(GFR Media)

The new certified Fiscal Plan, that provides for the restructuring of the financial, administrative and academic order of the University of Puerto Rico, seeks to drive this important institution towards efficiency and the development of new sources of income.

These objectives need the guarantee of an implementation that will benefit the University and extend its legacy of contributions to the island. The constructive dialogue between the University community and the Oversight Board is the appropriate route to fine-tune the implementation of its comprehensive reorganization.

It is crucial for the educational mission to grow and become relevant in this path taken by the University at a time when Puerto Rico is facing its reconstruction.

Broadly, the university fiscal map for the next five years seeks to adjust expenses and diversify sources of income. The measures include the consolidation of administrative functions in three of the eleven campuses, savings in tuition waivers, staff reorganization with adjustments in benefits, and credit costs increases in a staggered way.

They are significant changes. Its objective is to achieve a fiscally viable university. Achieving them efficiently should neutralize the effect that the cuts in the central government contribution may have on the quality of the offers and the learning opportunities of the students.

This year, the government allocated $ 655 million to the UPR; it is projected that the amount will drop to $ 442 million by 2023. It should be noted that the University has great potential to raise new funds. Possibilities include patents resulting from research, provision of services to other institutions or companies, and private sector sponsorship to scientific and cultural programs.

New sources of income can strengthen access to higher education, especially for students with limited economic resources. 40 percent of UPR students require financial aid. To address these students, the fiscal plan establishes economic need standards for scholarships and tuition waivers. The purpose is to mitigate the impact of increases in the cost of credits for low-income students. At undergraduate level, the cost of credit will be $ 157 in 2023.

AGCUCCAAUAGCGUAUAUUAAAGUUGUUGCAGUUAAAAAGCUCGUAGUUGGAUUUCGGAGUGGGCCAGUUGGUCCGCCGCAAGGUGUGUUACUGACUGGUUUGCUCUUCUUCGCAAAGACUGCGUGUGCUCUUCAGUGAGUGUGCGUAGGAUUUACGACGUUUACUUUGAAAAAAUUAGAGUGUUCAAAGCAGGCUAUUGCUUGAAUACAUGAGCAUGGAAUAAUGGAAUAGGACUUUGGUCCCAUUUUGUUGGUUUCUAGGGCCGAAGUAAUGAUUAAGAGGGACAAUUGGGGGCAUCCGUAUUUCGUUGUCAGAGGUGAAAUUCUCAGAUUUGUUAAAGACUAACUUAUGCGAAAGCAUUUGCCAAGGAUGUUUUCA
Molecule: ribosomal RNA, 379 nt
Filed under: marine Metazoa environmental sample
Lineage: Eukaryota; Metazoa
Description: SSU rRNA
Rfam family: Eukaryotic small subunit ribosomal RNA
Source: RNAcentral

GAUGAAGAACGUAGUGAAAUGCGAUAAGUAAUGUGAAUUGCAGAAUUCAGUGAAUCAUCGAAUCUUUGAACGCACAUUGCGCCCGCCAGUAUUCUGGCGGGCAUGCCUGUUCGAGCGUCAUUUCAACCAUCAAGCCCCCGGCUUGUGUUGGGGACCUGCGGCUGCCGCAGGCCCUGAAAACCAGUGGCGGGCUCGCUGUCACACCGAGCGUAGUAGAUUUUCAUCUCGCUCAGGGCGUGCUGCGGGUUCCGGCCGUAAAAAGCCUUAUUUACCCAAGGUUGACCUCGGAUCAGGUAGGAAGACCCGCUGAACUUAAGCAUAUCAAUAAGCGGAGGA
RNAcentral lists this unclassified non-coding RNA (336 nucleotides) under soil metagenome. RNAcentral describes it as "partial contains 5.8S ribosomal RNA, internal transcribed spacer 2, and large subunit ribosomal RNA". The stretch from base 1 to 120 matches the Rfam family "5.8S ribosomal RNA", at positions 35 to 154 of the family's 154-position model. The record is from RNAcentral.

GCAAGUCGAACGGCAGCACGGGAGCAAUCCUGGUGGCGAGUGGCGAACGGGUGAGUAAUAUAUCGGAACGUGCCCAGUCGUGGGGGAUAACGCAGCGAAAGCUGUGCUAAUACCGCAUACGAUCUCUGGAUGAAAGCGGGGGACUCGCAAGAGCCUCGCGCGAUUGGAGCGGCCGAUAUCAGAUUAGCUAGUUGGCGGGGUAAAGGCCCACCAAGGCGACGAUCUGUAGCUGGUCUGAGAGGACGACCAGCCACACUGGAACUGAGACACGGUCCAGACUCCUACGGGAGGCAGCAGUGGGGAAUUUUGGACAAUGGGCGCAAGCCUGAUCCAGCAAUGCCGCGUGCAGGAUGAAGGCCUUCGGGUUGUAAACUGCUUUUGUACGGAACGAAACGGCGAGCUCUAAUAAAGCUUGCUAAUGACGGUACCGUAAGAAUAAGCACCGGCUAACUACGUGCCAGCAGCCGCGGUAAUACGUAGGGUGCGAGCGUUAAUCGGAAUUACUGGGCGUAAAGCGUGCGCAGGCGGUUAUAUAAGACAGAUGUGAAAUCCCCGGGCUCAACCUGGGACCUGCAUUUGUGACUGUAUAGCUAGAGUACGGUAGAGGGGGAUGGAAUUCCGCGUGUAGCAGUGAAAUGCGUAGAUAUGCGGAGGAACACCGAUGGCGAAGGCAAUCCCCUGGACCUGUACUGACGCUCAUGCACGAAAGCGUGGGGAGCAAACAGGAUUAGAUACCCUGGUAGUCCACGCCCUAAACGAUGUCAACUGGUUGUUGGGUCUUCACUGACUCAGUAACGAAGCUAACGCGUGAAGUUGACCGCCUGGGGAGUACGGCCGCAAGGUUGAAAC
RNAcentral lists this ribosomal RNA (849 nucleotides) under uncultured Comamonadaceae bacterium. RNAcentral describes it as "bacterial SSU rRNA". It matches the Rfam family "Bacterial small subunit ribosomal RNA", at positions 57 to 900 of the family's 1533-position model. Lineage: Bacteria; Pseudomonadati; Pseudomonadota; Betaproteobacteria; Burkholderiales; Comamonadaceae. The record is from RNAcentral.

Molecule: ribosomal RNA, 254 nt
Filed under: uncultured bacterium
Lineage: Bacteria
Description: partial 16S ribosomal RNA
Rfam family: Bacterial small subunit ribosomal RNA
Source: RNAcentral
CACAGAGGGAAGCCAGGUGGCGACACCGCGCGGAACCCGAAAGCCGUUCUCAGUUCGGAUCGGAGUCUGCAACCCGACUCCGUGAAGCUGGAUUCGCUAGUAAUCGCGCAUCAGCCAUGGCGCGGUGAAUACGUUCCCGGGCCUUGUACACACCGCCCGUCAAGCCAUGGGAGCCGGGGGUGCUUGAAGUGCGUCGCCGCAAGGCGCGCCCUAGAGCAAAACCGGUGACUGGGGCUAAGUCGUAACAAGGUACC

By 2023, the plan also contemplates a reduction in the total number of students in the system, from currently 58,400 to 48,700 at Bachelor level. This projection is based on the population decline translated into a smaller number of higher education graduates.

Another aspect of the plan in dispute is pension cuts. Communication is essential to harmonize the position of the University that its retirement system has made the adjustments that ensure its solvency, with the mission of the Board to ensure long-term sustainability.

On the administrative side, there will be a reduction of the University staff, from 13,000 non-teaching employees to 10,650 in five years. This change would be possible due to consolidation of functions in areas such as Human Resources and Finance, and the consolidation of administrative structures of the eleven campuses into three.

We must allow the restructuring of the University to work. Puerto Rico needs a University strengthened in its academic and research capacities to create the human capital that reconstruction and socio-economic development goals require. Administrative and fiscal efficiency will allow the UPR to strengthen the educational mission that has inspired so much pride in Puerto Rico. 

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